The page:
hazards for which you use
safety glasses?
***When are you required to
have “side protection” or “side
shields” on your safety glasses? 
Safety eye and face protection includes non-prescription and
prescription safety glasses, clear or tinted goggles, faceshields,
welding helmets, and some full-face type respirators that meet the
ANSI Z87.1 Eye and Face Protection Standard
The safety eyewear must have “Z87” or “Z87+" marked on the
frame and in some cases the lens
Safety glasses (spectacles) are commonly used as protection against
impact and optical radiation
Tinted safety glasses used in torch soldering must have a shade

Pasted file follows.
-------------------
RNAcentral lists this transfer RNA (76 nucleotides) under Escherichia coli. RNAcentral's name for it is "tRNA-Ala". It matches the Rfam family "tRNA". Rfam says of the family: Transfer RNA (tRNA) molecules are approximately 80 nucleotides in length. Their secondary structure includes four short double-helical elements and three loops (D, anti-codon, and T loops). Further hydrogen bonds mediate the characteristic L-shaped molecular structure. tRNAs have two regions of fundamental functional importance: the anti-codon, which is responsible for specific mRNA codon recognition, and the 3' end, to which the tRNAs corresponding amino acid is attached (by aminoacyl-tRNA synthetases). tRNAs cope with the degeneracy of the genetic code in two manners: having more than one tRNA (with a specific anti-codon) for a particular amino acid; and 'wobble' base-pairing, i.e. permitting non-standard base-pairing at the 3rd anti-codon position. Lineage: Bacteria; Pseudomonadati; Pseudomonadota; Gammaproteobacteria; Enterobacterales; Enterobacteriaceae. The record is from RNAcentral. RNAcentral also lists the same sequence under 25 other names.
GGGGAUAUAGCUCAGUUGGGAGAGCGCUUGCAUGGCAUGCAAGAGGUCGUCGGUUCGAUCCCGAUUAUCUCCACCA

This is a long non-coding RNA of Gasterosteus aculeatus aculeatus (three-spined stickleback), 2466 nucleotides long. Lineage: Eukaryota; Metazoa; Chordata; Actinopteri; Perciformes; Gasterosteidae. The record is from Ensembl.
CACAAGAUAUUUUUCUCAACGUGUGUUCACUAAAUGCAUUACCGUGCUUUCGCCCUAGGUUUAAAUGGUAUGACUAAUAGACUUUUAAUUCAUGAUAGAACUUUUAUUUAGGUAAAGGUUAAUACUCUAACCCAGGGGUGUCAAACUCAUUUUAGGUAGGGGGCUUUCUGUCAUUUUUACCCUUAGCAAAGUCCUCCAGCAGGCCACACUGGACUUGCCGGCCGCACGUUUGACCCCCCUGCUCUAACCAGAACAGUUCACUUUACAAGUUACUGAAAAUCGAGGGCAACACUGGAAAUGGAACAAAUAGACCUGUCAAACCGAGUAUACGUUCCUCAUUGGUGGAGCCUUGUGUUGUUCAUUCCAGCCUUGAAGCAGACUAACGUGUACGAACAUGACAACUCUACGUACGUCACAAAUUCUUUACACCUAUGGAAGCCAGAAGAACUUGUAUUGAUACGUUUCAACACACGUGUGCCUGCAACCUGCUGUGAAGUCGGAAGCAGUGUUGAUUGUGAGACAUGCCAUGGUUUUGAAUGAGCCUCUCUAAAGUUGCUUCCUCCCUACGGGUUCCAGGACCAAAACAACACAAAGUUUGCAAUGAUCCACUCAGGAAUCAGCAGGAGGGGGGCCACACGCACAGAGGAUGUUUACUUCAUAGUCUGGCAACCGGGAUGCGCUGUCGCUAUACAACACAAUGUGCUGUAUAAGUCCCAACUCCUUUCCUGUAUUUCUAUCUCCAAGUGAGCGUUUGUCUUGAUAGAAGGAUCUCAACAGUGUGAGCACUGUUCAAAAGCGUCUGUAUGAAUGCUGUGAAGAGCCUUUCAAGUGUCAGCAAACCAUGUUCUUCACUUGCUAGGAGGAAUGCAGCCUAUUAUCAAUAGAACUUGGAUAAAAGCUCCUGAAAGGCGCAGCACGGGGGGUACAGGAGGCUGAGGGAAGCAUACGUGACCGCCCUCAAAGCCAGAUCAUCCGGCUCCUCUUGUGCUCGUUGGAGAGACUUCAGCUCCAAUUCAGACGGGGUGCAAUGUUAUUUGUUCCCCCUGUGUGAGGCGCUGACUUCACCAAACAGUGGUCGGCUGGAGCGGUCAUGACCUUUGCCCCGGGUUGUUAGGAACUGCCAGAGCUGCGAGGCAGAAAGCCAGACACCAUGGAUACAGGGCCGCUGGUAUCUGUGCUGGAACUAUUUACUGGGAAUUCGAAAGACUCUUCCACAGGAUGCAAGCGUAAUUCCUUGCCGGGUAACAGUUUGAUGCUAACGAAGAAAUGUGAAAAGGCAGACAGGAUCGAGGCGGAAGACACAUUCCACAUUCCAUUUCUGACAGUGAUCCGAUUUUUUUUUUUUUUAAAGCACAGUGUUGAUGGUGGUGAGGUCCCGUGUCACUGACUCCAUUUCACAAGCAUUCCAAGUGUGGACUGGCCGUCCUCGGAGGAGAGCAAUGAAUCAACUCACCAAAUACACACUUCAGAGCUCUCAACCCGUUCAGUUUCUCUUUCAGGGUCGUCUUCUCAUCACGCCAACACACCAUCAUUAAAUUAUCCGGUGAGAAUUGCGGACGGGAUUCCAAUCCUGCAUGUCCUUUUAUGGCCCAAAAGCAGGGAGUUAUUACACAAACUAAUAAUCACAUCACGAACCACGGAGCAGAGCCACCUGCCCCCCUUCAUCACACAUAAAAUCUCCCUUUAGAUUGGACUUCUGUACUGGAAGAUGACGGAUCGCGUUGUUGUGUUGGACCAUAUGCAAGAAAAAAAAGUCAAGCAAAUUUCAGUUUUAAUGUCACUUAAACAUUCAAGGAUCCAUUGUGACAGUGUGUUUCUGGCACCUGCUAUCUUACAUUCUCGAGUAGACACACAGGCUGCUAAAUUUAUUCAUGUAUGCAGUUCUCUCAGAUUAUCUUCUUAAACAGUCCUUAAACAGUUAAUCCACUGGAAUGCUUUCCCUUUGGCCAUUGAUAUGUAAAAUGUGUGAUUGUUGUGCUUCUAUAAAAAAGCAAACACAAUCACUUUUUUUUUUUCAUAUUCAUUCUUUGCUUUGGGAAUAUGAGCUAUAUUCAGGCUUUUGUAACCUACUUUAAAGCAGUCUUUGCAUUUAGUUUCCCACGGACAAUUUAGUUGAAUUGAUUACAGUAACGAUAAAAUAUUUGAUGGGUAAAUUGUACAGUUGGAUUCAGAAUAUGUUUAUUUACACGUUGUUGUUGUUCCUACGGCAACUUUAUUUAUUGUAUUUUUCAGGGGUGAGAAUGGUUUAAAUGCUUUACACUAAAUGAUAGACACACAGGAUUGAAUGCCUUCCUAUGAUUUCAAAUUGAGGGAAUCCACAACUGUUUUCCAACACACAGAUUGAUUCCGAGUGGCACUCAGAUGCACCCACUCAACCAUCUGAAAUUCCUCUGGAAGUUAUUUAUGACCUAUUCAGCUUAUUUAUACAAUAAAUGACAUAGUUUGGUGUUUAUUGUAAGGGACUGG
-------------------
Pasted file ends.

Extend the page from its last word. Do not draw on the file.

number (1.5-3) on the lens, but do not provide adequate protection
for gas or arc welding which need shades 4 or higher
Common tasks: sawing, hammering, and drilling
Side protection is required any time that there are hazards from
flying particles or objects
Older styles used side shields
Many newer styles provide side protection as wrap around safety
Page | 7 Instructor Questions and
***When should you wear
Discussion Highlights
Some styles also have brow protection along the top of the glasses
Many eye injuries have occurred because there was not adequate
side protection, proper fit, or particles fell from above such as when
drilling overhead
Goggles are stronger than safety glasses
Goggles are used for higher impact protection, greater particle
protection, chemical splashes, and welding light protection
Goggles for splash or high dust protection should have indirect
Goggles with direct venting (a mesh of small holes around the sides)
tend to fog less, but should not be used with liquid or fine dust